Background: Several disease-specific information exchanges now exist on Facebook and other online social networking sites. These new sources of knowledge, support, and engagement have become important for patients living with chronic disease, yet the quality and content of the information provided in these digital arenas are poorly understood.
Objective: To qualitatively evaluate the content of communication in Facebook communities dedicated to diabetes.
Design: We identified the 15 largest Facebook groups focused on diabetes management. For each group, we downloaded the 15 most recent "wall posts" and the 15 most recent discussion topics from the 10 largest groups.
Patients: Four hundred eighty unique users were identified in a series of 690 comments from wall posts and discussion topics.
Main measures: Posts were abstracted and aggregated into a database. Two investigators evaluated the posts, developed a thematic coding scheme, and applied codes to the data.
Key results: Patients with diabetes, family members, and their friends use Facebook to share personal clinical information, to request disease-specific guidance and feedback, and to receive emotional support. Approximately two-thirds of posts included unsolicited sharing of diabetes management strategies, over 13% of posts provided specific feedback to information requested by other users, and almost 29% of posts featured an effort by the poster to provide emotional support to others as members of a community. Approximately 27% of posts featured some type of promotional activity, generally presented as testimonials advertising non-FDA approved, "natural" products. Clinically inaccurate recommendations were infrequent, but were usually associated with promotion of a specific product or service. Thirteen percent of posts contained requests for personal information from Facebook participants.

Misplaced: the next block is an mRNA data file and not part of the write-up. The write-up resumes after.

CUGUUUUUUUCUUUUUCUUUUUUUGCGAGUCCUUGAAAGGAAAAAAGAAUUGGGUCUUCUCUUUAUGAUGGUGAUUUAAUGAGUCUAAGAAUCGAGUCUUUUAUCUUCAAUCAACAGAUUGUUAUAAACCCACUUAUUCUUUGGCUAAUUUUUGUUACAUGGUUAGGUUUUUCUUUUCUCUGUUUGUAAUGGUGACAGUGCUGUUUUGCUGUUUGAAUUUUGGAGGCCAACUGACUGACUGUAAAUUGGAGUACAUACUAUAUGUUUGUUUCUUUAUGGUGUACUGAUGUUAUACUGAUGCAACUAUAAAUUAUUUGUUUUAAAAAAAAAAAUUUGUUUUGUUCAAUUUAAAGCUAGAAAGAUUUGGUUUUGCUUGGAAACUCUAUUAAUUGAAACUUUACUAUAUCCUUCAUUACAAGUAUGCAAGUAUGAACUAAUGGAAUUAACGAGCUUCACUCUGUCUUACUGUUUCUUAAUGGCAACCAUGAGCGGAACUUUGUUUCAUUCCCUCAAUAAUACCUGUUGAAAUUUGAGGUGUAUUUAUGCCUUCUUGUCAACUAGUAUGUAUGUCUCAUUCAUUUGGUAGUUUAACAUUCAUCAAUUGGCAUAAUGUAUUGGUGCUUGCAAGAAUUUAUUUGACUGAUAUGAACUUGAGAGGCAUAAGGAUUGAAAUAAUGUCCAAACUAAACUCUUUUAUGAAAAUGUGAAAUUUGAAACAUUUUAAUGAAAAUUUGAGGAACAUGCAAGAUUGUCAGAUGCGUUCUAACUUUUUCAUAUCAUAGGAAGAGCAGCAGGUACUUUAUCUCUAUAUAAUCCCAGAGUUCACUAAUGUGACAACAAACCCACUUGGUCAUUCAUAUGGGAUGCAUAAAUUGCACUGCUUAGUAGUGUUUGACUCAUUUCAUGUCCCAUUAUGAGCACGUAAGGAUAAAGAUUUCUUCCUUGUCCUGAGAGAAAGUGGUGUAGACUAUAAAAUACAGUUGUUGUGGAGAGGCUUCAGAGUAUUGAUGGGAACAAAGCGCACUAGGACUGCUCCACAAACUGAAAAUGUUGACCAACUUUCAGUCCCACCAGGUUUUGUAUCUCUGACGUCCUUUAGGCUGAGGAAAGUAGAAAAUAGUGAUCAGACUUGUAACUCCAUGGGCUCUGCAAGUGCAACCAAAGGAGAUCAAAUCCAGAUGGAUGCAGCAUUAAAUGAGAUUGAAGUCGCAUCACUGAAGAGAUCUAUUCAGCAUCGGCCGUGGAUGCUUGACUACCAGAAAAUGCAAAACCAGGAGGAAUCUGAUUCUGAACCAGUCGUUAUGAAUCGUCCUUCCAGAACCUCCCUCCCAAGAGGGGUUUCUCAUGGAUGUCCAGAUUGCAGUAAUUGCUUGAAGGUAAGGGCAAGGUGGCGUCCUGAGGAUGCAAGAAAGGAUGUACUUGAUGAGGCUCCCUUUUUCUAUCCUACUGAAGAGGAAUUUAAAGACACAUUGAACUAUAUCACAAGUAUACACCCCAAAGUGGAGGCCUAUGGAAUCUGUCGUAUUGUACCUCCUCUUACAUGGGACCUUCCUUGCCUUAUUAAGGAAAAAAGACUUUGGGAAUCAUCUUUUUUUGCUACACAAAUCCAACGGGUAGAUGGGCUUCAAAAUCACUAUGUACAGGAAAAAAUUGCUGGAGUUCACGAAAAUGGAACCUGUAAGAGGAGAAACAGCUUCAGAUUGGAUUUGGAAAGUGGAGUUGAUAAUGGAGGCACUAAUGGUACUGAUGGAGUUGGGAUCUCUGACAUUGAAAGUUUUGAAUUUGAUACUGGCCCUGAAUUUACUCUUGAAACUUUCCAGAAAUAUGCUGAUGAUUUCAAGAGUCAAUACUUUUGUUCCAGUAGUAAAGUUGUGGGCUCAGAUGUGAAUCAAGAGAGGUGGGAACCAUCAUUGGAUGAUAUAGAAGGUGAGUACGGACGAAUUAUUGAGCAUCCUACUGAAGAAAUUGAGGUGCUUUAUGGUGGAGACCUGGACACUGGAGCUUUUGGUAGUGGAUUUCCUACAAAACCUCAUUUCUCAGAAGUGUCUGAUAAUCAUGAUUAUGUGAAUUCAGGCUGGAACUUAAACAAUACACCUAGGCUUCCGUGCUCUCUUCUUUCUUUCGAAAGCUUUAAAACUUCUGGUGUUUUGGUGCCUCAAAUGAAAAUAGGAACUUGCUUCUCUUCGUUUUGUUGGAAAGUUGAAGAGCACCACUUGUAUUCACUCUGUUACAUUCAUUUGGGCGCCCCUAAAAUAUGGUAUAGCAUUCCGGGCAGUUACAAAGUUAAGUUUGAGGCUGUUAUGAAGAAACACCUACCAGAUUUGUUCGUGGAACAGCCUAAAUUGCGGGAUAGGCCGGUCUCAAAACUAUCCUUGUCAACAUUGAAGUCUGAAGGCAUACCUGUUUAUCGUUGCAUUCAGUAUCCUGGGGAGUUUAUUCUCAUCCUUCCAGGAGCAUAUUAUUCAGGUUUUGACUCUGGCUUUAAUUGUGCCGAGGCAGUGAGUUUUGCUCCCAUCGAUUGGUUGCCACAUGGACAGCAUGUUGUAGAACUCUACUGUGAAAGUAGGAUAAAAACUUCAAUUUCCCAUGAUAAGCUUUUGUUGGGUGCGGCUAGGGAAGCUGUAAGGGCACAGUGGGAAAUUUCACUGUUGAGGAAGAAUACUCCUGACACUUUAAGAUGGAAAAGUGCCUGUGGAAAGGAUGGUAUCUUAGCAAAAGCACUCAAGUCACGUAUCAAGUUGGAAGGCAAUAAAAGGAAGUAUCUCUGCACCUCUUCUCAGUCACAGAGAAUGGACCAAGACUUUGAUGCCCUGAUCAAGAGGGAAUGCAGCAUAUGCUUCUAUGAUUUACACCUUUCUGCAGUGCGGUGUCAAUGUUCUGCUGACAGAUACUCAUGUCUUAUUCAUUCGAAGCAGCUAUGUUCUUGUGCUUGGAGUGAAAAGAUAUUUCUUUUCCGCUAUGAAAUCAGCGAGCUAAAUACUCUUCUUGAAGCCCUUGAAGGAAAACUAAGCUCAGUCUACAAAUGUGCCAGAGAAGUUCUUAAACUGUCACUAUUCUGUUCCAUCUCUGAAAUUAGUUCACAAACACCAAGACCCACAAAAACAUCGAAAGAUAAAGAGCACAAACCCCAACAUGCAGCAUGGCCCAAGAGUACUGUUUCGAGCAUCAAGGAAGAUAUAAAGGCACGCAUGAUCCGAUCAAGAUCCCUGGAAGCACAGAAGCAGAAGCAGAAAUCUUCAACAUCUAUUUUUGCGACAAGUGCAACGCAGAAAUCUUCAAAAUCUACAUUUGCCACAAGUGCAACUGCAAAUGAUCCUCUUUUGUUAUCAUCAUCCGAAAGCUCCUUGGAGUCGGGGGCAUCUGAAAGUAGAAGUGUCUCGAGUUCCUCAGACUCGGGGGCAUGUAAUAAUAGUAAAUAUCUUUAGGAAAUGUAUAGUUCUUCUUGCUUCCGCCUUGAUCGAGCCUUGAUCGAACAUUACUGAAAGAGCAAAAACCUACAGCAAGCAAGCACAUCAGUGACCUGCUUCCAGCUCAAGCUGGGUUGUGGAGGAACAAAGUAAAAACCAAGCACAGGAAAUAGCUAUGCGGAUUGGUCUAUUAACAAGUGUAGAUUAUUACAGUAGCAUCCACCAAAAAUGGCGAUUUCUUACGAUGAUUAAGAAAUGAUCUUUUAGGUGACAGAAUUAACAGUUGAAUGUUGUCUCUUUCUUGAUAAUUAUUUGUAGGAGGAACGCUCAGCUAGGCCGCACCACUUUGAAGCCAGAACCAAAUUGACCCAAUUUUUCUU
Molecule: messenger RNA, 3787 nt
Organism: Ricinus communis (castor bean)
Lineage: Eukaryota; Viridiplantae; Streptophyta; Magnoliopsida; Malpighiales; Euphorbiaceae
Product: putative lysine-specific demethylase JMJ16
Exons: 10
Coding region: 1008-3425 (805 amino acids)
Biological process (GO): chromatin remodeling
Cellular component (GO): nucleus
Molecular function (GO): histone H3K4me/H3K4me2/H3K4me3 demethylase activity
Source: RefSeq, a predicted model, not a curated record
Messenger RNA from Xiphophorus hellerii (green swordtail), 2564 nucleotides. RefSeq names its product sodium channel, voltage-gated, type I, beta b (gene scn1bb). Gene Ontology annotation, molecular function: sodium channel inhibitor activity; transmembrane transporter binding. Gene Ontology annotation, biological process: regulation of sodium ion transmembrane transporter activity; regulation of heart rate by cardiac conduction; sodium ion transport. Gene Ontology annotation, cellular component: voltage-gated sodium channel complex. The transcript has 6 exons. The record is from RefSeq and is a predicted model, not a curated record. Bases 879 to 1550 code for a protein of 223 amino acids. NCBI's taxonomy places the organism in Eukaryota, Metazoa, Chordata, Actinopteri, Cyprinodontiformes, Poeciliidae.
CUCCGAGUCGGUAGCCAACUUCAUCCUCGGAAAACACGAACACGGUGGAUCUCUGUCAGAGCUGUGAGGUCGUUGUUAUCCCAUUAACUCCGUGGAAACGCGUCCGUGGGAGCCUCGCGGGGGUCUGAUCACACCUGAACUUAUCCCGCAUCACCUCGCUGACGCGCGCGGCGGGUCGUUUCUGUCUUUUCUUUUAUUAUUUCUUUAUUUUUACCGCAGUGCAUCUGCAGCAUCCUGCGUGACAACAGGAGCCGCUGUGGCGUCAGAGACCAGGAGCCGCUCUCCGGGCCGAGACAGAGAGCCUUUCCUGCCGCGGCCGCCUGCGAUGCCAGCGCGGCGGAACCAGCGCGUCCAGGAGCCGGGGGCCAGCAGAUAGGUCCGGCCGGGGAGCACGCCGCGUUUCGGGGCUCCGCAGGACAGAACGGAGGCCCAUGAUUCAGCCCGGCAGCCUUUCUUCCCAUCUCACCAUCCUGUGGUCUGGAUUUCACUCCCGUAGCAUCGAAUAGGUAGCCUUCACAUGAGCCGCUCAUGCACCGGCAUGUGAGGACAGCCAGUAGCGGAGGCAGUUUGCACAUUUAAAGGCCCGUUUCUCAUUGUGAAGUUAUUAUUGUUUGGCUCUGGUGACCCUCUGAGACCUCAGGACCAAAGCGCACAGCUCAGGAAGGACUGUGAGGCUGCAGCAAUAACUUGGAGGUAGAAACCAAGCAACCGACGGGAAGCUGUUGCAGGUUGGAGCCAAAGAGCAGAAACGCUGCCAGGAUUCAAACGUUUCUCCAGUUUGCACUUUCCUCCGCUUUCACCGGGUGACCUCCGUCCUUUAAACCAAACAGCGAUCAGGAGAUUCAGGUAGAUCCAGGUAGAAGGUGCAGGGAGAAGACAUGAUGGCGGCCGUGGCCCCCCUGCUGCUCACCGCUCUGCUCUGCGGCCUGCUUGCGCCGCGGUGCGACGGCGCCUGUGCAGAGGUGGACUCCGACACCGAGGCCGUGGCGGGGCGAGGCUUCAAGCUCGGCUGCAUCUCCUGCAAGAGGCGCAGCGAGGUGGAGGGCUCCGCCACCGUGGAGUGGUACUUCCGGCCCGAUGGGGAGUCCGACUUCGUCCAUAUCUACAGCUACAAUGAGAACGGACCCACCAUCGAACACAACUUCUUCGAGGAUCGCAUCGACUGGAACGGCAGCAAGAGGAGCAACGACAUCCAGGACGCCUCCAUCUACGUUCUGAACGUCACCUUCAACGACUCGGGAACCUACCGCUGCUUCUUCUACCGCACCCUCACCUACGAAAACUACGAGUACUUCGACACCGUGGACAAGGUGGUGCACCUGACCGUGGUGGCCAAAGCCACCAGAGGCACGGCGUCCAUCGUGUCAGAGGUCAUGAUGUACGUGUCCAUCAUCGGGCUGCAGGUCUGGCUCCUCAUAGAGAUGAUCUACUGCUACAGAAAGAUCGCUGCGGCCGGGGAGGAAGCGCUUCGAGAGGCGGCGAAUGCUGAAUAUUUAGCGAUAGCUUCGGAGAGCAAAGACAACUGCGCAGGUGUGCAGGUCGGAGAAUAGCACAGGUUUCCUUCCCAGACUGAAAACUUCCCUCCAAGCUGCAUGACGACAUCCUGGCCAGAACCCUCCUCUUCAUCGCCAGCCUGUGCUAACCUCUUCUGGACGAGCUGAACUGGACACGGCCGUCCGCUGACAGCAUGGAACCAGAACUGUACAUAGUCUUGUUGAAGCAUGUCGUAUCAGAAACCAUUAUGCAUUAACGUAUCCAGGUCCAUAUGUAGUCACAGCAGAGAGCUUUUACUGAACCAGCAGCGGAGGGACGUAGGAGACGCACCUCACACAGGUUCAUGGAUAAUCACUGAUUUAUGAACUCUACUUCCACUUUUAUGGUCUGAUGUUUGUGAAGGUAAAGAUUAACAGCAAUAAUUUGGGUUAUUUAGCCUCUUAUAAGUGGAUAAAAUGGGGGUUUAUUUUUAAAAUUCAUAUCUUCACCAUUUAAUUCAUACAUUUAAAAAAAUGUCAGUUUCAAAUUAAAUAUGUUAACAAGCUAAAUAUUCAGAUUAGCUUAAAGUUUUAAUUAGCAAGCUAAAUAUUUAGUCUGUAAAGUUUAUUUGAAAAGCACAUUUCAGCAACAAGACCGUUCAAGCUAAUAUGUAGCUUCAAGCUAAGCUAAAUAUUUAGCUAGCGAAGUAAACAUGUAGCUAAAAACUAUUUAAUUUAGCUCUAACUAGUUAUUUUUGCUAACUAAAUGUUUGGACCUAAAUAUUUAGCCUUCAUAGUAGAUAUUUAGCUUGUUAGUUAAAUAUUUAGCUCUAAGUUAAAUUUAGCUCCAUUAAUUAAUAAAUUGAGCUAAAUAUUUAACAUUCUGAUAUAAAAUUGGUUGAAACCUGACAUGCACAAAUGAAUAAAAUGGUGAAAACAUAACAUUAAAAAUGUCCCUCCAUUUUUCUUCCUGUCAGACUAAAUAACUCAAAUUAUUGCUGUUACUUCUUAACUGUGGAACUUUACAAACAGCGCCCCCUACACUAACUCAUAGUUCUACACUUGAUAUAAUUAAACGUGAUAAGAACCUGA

Conclusions: Facebook provides a forum for reporting personal experiences, asking questions, and receiving direct feedback for people living with diabetes. However, promotional activity and personal data collection are also common, with no accountability or checks for authenticity.